If she was clever enough to make Lord Kendall like her, and if the wallflowers succeeded in their plan of entrapment, what would it be like to be the wife of such a man? She was instinctively certain that she could never fall in love with someone like Kendall— but she vowed that she would do everything possible to be a good wife to him. And surely in time she could come to care for him. Marriage to Kendall could be very pleasant. Life would be comfortable and secure, and she would never again have to worry about whether or not there was enough food for the table. And most importantly, Jeremy’s future would be assured, and her mother would never again have to endure the foul attentions of Lord Hodgeham.

Heavy footsteps approached as someone descended the staircase. Standing at the banister, Annabelle glanced upward with a slight smile, and suddenly she froze. Incredibly, she found herself being confronted by a fleshy face surmounted by a dangling crest of iron gray hair. Hodgeham? But it couldn’t be!

He reached the nadir of the stairs and stood before her with a nominal bow, looking unbearably smug. As Annabelle stared into Hodgeham’s cold blue eyes, the food she had eaten earlier seemed to gather into a spiky ball that rolled around her stomach.

How could he be there? Why had she not seen him earlier in the day? As she thought of her mother, who was soon to meet her at this very spot, fury boiled swiftly. This grossly insolent man, who styled himself their benefactor and subjected her mother to his disgusting attentions in return for his stingy handfuls of coins, had now come to persecute them at the worst possible time. There was no firmer guarantee of torment for Philippa at this party than Hodgeham’s presence. At any moment he might betray his relationship with her—he could ruin them so easily, and they had no means of keeping him silent.

“Why, Miss Peyton,” Hodgeham murmured, his chubby face turning pink with malevolent pleasure. “What a pleasant coincidence that you should be the first guest I encounter at Stony Cross Park.”

Queasy chills coursed over Annabelle as she forced herself to hold his gaze. She tried to banish all emotion from her expression, but Hodgeham smiled nastily, seeming aware of the hostile fear that engulfed her. “After the rigors of the journey from London,” he continued, “I elected to have supper in my room. So sorry to have missed you earlier. However, there will be many opportunities for us to visit in the coming weeks. Your charming mother is here with you, I presume?”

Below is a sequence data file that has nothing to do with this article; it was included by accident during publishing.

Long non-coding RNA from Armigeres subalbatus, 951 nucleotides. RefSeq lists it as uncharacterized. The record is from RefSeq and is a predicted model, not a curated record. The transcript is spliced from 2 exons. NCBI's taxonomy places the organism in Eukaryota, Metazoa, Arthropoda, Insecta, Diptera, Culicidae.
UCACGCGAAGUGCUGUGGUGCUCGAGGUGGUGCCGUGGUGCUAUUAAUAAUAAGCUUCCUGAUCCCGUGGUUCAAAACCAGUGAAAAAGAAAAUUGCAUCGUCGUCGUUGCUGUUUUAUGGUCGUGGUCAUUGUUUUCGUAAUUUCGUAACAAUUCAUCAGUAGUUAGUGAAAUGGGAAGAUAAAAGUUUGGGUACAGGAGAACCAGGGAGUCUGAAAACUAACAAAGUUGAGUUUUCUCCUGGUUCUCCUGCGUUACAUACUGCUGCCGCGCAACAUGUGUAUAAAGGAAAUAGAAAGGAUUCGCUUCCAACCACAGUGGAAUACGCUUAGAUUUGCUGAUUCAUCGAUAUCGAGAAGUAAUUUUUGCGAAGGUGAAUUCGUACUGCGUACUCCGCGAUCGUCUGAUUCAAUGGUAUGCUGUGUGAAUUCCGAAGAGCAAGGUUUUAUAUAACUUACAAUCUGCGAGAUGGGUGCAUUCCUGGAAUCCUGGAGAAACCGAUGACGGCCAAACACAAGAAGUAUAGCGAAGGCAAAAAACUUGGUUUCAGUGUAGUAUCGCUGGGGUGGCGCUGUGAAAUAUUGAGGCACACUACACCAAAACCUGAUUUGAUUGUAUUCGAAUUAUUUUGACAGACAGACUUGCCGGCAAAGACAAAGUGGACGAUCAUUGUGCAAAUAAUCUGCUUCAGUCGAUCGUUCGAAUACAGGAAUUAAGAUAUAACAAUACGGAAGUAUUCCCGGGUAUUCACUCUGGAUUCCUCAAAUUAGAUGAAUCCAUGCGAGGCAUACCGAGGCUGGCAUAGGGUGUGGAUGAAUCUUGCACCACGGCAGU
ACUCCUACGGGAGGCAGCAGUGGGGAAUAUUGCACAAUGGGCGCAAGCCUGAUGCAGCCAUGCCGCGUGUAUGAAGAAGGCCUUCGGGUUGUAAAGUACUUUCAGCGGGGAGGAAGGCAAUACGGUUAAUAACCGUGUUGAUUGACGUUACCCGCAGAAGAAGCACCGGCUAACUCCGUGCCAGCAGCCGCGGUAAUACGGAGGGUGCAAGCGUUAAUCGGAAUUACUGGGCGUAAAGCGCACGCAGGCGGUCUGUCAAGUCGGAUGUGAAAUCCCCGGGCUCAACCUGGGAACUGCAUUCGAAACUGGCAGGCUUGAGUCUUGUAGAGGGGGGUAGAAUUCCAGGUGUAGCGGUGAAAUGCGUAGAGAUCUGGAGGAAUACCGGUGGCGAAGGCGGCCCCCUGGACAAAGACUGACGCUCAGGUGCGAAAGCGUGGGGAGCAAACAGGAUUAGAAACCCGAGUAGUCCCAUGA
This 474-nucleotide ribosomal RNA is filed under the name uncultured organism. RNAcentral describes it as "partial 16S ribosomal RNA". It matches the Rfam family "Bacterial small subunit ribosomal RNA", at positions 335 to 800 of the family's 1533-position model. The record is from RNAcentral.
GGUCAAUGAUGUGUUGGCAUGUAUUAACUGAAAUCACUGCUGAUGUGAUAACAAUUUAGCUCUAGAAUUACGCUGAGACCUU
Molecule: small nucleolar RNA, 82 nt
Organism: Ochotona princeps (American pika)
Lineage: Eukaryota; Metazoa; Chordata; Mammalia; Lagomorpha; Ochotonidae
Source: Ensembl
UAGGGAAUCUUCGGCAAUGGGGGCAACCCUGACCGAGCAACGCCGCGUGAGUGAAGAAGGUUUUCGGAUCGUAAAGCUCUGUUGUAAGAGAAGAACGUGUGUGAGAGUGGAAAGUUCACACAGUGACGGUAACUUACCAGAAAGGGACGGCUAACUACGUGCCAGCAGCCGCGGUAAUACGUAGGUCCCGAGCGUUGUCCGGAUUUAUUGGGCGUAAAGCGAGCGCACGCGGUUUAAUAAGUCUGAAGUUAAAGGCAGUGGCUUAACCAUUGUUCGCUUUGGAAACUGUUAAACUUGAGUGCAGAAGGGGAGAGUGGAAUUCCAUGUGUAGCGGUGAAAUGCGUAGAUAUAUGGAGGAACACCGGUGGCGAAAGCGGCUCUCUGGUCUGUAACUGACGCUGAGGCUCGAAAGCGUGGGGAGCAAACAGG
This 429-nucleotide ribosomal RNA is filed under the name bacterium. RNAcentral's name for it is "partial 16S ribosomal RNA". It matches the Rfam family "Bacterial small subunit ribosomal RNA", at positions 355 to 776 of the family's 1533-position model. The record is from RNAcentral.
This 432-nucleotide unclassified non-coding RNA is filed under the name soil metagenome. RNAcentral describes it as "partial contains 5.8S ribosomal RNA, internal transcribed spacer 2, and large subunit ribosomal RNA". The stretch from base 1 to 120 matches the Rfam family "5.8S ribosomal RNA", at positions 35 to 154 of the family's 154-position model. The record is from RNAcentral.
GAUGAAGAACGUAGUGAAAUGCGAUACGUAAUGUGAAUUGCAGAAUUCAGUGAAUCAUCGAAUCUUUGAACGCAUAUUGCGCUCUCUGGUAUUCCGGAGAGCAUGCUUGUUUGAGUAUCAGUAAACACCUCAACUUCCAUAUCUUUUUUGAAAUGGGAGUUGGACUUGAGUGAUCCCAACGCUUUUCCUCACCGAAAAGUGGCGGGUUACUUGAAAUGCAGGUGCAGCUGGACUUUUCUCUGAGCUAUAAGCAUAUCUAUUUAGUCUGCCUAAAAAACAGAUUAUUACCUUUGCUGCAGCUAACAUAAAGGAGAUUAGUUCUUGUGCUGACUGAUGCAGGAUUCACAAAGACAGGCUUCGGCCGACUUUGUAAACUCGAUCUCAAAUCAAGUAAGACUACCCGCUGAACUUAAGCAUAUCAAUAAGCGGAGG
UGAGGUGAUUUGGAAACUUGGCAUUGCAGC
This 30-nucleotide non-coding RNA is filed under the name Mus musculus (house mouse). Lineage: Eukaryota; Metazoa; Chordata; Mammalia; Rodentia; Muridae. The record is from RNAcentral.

Annabelle would have given anything to be able to answer “no.” Her heart was beating so hard that it seemed to drive the breath from her lungs…she fought to think and speak above the insistent hammering. “Don’t go near her,” she said, amazed that her voice was steady. “Don’t speak to her.”

“Ah, Miss Peyton, you wound me…I, who have been your family’s only friend in those difficult times when others have deserted you.”

She stared at him without blinking, without moving, as if she was face-to-face with a venomous snake that was poised to strike.

“A happy coincidence, is it not, that we find ourselves attending the same party?” Hodgeham asked. He laughed quietly, the movement causing his combed-over hair to slip in an oily banner across his low forehead. He smoothed it back with his plump palm. “Fortune has indeed smiled on me, to provide for such proximity between myself and a woman whom I esteem so highly.”

“There will be no proximity between you and my mother,” Annabelle said, clenching her fist hard to keep from driving it into his gloating face. “I warn you, my lord, if you bother her in any way—”

“Dear girl, did you think that I was referring to Philippa? You are too modest. I meant you, Annabelle. I have long admired you. Yearned, in fact, to demonstrate the nature of my feelings for you. Now it seems that fate has presented us with the perfect opportunity to become more familiar with each other.”

“I would rather sleep in a pit of snakes,” Annabelle replied coldly, but there was a catch in her voice, and he smiled at the sound.

“At first you will protest, of course. Girls of your sort always do. But then you’ll do the sensible thing…the wise thing…and you’ll see the advantages of becoming my friend. I can be a valuable friend, my dear. And if you please me, I will reward you handsomely.”

Annabelle tried desperately to think of a way to destroy any hope he might have of making her his mistress. The fear that he might trespass on another man’s province was likely the only thing that would keep Hodgeham away from her. Annabelle forced her lips into a scornful smile. “Does it appear that I am in need of your so-called friendship?” she asked, fingering the folds of her fine new gown. “You’re mistaken. I already have a protector—a far more generous one than you. So you had better leave me—and my mother— completely alone. Or you will answer to him.”